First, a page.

An article in the Wall Street Journal states the importance of building an Estate Plan for those with special needs. The Valentine family’s 14-year-old son Gabe has epilepsy and Asperger’s, and so the family created a Special Needs Trust to ensure that he is taken care of when they are no longer able. Due to the need of many parents to care for their special needs children, a growing number of financial services companies are designating themselves as “special needs planners” and helping families find ways to provide for their children.
According to the article, more than 41 million Americans, or almost 15% of the population, have some sort of disability. Due to medical advancements, many disabled persons are living longer than ever before, and thus are outliving their parents. Experts are recommending the creation of Special or Supplemental Needs Trusts to help enhance the quality of life of a disabled person. In order to qualify for governmental coverage, a disabled person cannot have more than $2,000 in assets (not including a home or car or basic personal items). However, in 1993 Congress said that disabled persons could receive funds from legal settlements or inheritance trust funds and still qualify for this coverage. Third-party trusts are more common, and allow an independent trustee to transfer money to the disabled person, since many disabled persons cannot handle money alone.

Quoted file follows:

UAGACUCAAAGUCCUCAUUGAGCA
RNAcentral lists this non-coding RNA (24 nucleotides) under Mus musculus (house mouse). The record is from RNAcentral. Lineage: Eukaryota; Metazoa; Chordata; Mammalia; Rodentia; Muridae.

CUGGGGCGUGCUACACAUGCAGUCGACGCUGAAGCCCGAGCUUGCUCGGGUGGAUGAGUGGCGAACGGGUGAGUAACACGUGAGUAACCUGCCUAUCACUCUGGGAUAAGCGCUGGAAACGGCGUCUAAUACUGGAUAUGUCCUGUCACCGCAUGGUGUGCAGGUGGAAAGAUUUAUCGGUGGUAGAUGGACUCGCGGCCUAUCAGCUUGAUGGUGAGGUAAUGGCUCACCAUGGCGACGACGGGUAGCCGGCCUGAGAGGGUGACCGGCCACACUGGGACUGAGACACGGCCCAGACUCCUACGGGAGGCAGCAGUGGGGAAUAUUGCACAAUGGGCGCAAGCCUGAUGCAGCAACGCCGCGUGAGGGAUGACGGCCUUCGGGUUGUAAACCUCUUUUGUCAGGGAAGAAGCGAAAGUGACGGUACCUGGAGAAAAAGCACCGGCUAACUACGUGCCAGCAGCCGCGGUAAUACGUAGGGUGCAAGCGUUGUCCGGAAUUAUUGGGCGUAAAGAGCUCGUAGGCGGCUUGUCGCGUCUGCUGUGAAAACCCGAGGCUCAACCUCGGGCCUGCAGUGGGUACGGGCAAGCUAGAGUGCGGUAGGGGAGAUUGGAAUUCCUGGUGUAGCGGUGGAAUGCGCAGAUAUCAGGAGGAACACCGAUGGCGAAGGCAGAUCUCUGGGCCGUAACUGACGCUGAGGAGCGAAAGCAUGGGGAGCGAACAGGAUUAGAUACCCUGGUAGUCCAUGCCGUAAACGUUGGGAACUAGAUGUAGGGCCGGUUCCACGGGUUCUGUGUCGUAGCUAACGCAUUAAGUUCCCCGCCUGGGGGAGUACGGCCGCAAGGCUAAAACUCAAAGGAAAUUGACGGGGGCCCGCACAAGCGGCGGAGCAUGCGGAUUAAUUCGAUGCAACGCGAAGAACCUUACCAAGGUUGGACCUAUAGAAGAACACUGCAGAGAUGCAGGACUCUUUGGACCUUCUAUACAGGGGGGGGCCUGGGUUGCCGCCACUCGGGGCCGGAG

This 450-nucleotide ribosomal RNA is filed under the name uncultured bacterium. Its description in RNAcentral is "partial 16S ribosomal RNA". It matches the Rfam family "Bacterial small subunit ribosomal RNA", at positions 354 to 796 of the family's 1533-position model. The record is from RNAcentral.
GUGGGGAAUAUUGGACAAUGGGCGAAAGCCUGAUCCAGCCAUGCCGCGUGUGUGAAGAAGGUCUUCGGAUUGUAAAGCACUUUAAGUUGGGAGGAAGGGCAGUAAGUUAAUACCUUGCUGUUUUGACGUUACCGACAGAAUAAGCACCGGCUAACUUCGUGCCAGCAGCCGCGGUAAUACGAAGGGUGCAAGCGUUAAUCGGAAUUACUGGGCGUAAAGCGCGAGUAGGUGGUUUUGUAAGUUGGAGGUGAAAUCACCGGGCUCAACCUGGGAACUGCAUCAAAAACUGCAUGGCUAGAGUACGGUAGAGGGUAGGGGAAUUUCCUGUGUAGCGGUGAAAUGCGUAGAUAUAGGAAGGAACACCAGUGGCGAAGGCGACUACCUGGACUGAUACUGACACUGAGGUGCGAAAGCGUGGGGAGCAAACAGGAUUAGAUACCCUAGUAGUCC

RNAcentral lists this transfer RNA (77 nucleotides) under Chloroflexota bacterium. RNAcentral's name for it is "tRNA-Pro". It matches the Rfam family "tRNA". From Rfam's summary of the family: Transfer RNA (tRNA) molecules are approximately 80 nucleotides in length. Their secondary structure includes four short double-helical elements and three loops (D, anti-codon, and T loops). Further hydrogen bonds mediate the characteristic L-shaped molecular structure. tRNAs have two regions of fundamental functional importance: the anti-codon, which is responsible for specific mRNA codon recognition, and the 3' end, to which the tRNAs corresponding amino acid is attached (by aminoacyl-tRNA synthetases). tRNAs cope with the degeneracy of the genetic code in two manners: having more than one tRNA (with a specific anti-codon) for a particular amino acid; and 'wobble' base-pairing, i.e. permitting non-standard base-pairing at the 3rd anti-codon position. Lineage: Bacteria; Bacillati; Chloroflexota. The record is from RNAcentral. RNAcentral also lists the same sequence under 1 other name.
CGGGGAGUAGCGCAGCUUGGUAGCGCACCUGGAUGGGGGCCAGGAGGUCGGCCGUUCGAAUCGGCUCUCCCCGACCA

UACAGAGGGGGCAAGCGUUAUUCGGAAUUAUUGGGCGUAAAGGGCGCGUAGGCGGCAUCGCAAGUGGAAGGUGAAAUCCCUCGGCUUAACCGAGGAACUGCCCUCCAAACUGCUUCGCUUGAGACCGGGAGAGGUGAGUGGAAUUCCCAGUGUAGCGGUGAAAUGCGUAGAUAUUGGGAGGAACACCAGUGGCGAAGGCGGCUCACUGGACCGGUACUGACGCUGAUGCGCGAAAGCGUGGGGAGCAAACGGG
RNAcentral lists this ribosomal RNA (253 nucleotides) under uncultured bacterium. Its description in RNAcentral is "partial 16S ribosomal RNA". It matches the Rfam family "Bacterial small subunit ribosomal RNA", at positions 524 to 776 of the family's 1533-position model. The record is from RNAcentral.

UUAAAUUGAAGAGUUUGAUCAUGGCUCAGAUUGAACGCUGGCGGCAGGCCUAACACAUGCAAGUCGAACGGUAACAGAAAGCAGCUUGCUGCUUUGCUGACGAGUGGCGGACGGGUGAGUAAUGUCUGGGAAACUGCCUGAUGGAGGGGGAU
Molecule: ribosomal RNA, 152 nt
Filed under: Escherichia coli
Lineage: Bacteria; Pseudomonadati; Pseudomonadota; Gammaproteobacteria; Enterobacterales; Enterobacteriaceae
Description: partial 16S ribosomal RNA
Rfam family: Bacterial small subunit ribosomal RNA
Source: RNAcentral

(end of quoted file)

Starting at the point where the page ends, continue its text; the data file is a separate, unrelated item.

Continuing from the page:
Third party trusts can be funded by life insurance after the death of parents, and will help pay for things uncovered by Medicaid, including “travel, companionship, or cultural experiences.” Because the rules governing Special Needs Trusts vary from state to state and can be very complicated, the help of a financial expert is advised. For example, the coordination of relatives and grandparents’ estates is crucial in order to preserve eligibility for government programs. Experts also recommend “letters of guidance,” in which parents can spell out everything caregivers should know about their child, ranging from medical needs to personal preferences.
For more information on setting up an estate plan for someone with special needs, contact Garden State Trust Company and our experienced professionals will be sure to help you. Simply fill out our contact form or call us at (732) 255-5000